King of The Rookies

Erik Spoelstra is the rookie with the most to prove against the Hawks

The Heat’s dismantling at the hands of the Atlanta Hawks in Game 1 started well before the teams ever faced each other on the floor.

The Hawks had taken an insurmountable lead pre-game, thanks to the moves of the rookie with the most to prove for the Heat, coach Erik Spoelstra.
Benching a sizzling Michael Beasley for an injured Udonis Haslem was just the first rookie mistake.
But the biggest and most telling decision that showed Spoelstra may be in over his head was starting James Jones in a move that probably would be suitable for game 13 of the season, not Game 1 in the playoffs.
Jones started one game all season and is often the third or fourth option off the bench. Yet, Spoelstra made the head-scratching move of inserting him in the starting line.
Reminder: These are the playoffs and the Heat are the underdog. Experiments in the playoffs rarely work, if ever.
With a young team that just had its confidence riddled by Hawks’ jump shots and Josh Smith alley-oop dunks, trying new things should be priority No. 11,265 -- just ahead of not getting off the team bus for the game.
Young players like Beasley, Mario Chalmers and Daequan Cook certainly struggled along with star Dwyane Wade, but it’s Spoelstra’s job to keep their young minds focused and into the game.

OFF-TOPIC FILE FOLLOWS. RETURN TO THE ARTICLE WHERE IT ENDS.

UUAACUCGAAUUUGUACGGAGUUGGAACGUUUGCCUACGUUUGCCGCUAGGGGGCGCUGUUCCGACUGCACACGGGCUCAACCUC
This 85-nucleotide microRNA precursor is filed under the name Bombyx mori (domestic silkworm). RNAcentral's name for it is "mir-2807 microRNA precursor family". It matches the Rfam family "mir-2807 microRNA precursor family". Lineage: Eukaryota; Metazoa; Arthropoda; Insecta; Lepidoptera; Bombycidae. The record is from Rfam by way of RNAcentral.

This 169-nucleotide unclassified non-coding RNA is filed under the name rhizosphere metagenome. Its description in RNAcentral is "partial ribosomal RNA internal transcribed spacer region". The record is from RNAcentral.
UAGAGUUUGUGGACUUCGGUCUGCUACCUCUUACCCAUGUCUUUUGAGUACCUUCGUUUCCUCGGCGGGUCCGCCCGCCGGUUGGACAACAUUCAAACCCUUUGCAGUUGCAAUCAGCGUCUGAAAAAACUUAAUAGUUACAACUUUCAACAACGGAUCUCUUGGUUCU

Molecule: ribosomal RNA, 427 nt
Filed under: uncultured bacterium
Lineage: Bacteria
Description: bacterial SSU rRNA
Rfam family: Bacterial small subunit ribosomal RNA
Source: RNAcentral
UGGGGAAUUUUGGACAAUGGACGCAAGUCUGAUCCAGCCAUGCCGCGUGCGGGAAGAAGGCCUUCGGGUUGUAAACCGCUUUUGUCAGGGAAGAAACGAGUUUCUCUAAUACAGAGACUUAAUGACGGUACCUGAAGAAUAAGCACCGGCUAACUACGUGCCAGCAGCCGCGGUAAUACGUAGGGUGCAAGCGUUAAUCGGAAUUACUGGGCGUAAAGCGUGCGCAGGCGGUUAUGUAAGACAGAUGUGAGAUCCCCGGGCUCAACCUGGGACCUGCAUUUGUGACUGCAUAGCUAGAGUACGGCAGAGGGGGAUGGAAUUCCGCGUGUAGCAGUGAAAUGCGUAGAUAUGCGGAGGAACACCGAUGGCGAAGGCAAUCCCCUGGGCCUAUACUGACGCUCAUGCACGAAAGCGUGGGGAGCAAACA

During too many stretches of the game, the Heat looked unfocused, disinterested and like the 15-67 team from the season before. And Spoelstra looked like a babe in the woods.
But how can Spoelstra tell his young team what the playoffs are all about and what they can expect to experience when this is his first postseason ride?
Memorizing and reciting the quotes from Pat Riley books won’t give Spoelstra the credibility to make his team believe his speeches about playoff intensity and atmosphere.
Spoelstra has hinted that he has some more surprises in store for the line-up, which only further shows his inexperience as a coach.
Expect to see more Jamaal “Big Slow Cat” Magloire on Wednesday, Spoelstra told the Miami Herald.
You mean the back up center not good enough to get in the game during a 26-point blow out in Game 1? So Magloire is supposed to be Spoelstra’s difference maker against an Atlanta frontline so athletic and fast they would give the Dolphins’ DBs fits in the secondary?
Maybe on PlayStation 2. Not in Game 2.
If Spoelstra doesn’t get a grip on playoff basketball soon, fans can expect to see another high-wire act from the Hawks.
But at least Magloire will have a close-up view this time.
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